Sleeping for Two - Pregnancy and Sleep

This content was created by the National Sleep Foundation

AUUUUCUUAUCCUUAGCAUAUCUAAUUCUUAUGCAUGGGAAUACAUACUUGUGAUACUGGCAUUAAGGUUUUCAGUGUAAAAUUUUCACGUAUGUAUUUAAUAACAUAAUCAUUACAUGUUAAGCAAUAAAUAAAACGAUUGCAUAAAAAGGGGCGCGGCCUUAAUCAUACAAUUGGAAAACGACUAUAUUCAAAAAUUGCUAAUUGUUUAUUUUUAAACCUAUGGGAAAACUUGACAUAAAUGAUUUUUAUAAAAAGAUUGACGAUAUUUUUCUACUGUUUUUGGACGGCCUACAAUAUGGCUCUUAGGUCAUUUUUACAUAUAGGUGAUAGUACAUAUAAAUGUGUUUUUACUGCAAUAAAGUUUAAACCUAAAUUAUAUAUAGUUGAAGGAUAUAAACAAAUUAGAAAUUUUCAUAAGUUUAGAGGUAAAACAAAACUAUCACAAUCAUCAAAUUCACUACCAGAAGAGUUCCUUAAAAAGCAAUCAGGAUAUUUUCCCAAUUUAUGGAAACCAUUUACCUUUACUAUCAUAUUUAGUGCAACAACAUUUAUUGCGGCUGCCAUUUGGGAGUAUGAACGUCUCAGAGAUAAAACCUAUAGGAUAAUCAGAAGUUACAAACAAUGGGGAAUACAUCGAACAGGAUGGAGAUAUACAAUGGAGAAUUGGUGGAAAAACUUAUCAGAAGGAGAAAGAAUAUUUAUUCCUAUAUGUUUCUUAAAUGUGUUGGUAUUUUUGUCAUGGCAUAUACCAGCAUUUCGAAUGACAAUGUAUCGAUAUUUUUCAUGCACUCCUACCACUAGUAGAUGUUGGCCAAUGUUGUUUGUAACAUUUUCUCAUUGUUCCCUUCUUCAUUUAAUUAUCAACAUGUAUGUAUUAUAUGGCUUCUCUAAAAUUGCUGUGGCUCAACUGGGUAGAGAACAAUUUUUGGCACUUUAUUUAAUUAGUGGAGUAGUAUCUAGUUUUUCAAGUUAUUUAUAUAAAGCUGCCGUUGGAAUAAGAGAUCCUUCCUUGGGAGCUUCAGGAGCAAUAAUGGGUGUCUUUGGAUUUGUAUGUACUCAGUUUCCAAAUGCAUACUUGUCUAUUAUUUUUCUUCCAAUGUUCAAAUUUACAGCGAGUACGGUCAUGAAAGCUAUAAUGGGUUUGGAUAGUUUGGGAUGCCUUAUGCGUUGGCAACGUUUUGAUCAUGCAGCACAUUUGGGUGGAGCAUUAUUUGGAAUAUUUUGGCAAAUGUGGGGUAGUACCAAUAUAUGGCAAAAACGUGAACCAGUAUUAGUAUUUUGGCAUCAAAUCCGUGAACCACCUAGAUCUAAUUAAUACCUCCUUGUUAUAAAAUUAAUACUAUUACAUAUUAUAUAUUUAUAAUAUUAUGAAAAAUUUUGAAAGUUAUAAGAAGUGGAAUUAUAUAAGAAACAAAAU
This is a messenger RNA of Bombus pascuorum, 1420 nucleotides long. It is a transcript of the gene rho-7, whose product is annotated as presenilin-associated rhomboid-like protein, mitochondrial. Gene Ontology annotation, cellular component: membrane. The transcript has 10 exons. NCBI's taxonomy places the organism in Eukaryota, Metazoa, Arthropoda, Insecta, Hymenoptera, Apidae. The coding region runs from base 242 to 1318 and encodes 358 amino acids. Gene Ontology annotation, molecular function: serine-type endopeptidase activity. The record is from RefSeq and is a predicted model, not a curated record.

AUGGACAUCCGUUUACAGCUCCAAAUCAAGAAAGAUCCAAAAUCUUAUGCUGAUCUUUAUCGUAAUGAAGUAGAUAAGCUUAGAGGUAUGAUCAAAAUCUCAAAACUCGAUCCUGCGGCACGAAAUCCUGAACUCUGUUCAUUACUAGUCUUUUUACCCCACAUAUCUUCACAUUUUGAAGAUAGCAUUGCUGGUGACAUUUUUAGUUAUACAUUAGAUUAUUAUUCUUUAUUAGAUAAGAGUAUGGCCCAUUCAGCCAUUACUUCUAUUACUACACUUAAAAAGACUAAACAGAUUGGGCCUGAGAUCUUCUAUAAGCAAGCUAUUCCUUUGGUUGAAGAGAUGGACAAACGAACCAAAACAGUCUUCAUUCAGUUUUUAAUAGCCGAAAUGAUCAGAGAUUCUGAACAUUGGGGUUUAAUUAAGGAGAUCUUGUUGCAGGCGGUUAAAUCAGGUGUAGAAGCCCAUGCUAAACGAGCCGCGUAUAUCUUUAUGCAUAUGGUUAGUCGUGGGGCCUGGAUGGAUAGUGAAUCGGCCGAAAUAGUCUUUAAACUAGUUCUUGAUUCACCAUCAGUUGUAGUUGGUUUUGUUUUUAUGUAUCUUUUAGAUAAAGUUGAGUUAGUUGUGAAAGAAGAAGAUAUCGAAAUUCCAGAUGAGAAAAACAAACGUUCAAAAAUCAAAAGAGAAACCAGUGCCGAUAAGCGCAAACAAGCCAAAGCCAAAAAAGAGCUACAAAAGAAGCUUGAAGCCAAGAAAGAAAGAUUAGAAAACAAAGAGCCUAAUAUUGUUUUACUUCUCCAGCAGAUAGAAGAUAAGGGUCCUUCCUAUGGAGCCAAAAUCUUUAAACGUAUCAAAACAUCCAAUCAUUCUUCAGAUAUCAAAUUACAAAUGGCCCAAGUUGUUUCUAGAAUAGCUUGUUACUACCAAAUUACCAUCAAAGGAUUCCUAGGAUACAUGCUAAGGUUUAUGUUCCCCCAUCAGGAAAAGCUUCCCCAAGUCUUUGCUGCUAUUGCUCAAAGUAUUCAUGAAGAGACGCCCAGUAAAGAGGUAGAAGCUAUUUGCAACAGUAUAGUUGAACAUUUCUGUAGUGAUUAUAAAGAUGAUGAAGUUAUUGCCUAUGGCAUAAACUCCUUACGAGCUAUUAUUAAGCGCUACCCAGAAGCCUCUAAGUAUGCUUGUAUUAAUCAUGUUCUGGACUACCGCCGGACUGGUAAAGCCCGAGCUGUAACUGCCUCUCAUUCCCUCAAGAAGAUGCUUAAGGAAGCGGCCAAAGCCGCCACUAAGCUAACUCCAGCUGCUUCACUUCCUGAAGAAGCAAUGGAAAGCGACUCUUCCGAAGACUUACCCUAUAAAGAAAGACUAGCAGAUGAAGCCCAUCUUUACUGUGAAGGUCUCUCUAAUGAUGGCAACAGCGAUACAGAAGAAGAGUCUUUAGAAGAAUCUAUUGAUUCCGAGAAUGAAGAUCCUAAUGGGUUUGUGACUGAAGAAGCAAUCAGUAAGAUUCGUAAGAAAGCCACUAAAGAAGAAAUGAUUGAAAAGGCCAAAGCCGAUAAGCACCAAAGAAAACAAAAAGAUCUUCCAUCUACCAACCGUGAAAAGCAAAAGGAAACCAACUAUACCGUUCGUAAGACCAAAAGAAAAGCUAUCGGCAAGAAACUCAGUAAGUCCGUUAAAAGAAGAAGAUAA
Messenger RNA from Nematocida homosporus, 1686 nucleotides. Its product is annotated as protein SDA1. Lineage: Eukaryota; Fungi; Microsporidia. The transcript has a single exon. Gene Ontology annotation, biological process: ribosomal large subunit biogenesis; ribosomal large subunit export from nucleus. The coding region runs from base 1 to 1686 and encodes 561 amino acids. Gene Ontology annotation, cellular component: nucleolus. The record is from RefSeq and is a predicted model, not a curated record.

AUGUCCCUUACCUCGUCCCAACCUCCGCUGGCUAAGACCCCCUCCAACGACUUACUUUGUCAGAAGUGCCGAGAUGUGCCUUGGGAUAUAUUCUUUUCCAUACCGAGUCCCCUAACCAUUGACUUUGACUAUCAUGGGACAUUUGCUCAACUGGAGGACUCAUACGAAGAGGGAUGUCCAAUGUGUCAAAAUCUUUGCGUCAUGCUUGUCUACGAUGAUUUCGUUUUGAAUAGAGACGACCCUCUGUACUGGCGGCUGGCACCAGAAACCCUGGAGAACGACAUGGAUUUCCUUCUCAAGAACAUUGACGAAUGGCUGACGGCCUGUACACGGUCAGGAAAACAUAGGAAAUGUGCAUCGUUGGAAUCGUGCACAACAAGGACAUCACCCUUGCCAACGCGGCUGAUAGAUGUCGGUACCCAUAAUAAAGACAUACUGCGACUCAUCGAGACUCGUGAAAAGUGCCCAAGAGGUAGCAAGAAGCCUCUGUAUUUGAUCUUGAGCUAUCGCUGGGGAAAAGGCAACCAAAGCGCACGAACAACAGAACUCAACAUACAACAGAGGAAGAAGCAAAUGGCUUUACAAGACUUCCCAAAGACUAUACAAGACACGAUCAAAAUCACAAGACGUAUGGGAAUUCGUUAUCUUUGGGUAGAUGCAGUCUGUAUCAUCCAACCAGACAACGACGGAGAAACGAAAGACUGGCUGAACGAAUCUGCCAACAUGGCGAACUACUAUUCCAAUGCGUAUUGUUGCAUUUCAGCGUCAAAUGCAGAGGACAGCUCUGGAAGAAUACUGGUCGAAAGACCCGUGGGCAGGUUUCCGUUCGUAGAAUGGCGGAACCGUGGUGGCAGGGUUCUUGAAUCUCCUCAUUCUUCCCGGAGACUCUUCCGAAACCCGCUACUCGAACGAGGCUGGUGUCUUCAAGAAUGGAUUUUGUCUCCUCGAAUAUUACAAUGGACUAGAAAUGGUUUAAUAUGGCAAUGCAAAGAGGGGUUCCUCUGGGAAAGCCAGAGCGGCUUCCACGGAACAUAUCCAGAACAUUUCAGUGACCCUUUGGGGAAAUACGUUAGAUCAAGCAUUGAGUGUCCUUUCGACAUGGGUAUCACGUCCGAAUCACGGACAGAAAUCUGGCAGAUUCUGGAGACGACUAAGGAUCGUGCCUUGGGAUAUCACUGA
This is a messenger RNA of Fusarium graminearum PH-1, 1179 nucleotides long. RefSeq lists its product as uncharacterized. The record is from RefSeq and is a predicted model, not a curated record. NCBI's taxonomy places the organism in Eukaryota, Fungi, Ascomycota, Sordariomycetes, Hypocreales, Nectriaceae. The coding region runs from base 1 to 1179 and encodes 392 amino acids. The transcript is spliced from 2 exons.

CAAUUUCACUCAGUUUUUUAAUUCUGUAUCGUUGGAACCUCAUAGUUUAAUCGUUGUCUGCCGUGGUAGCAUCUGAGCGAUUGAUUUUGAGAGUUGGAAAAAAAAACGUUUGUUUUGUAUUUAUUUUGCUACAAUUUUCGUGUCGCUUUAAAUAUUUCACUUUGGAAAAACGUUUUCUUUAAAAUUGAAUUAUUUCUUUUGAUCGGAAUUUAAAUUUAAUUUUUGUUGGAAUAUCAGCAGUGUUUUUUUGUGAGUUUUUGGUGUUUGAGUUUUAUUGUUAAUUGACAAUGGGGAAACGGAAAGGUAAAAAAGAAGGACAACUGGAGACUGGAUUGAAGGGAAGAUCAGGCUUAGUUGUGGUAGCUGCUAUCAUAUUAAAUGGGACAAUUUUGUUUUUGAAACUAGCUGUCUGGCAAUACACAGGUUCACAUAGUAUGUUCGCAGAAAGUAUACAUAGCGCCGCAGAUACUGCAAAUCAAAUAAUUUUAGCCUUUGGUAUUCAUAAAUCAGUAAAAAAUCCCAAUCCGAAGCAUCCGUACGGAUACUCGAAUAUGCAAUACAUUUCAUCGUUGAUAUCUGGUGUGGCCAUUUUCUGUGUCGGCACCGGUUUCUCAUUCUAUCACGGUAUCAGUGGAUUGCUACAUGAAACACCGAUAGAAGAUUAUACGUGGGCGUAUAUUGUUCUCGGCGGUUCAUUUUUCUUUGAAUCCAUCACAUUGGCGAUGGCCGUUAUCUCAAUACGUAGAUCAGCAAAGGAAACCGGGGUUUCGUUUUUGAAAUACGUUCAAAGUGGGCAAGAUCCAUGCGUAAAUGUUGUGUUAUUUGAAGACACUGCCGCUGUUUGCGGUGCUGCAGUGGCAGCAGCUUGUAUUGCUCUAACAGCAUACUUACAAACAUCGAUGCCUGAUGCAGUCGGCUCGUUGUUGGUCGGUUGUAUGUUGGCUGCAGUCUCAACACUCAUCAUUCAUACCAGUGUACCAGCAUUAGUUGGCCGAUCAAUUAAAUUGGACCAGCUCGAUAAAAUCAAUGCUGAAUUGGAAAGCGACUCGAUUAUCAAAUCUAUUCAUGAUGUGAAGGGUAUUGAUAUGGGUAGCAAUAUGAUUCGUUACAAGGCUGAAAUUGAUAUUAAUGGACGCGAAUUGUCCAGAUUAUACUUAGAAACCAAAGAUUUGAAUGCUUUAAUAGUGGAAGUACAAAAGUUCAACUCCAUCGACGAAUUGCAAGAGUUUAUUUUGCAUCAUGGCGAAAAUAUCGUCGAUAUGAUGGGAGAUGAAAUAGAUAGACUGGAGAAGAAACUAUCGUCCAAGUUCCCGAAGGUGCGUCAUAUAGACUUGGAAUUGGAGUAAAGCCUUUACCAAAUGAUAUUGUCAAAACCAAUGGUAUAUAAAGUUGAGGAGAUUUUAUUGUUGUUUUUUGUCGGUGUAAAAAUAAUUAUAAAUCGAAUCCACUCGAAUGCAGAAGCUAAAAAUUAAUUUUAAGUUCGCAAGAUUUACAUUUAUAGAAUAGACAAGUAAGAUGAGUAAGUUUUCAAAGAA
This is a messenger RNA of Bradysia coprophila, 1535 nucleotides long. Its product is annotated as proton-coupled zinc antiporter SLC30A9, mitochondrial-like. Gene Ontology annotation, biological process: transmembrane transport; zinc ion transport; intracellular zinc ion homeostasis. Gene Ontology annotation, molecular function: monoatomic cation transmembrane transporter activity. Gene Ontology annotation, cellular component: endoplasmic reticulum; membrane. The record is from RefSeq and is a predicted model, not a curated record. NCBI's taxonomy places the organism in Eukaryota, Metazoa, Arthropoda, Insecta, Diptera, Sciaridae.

Why do many women feel so tired throughout pregnancy? Pregnancy is a time of joy and excitement for most women, but it also means coping with daytime sleepiness and a wide range of new sleep issues. Changing hormone levels are responsible for fatigue and sleep problems during pregnancy. Rising progesterone levels contribute to excessive daytime sleepiness, especially in the first trimester, and many women experience insomnia due to emotions and anxiety about labor and delivery, balancing motherhood and work, or their changing relationship with their partner. Image removed.During the second trimester, with nausea subsiding and hormones leveling off, many women may find relief and more rest. Experts encourage expecting mothers to enjoy the second trimester, and continue to get as much sleep as possible instead of packing in more activities. Pregnant women can try sleeping on their side with their knees and hips bent or using pillows to alleviate lower back pressure. If heartburn becomes a problem at night, sleeping with the head elevated on pillows and sticking to bland foods during the day may help. The third trimester is the most sleep challenged stage of pregnancy. With increased frequency of urination, inability to get comfortable and exhaustion from trying to keep up with the demands of their normal schedules, some women find themselves struggling to stay awake. Back pain, muscle aches, and general discomfort generally mark the third trimester as the body prepares for birth. One study showed by the end of pregnancy 97.3% of the women in the study were waking at night - an average of 3.11 times each night. Snoring, leg cramps and restless legs syndrome symptoms are also common. Poor sleep can affect labor and delivery. Researchers from the University of California at San Francisco recently found that women who slept fewer than 6 hours per night had longer labors and were 4.5 times more likely to have cesarean deliveries. Based on these findings, the researchers recommend that doctors discuss both sleep quantity and sleep quality with their pregnant patients as part of basic prenatal care and stress the importance of "sleeping for two".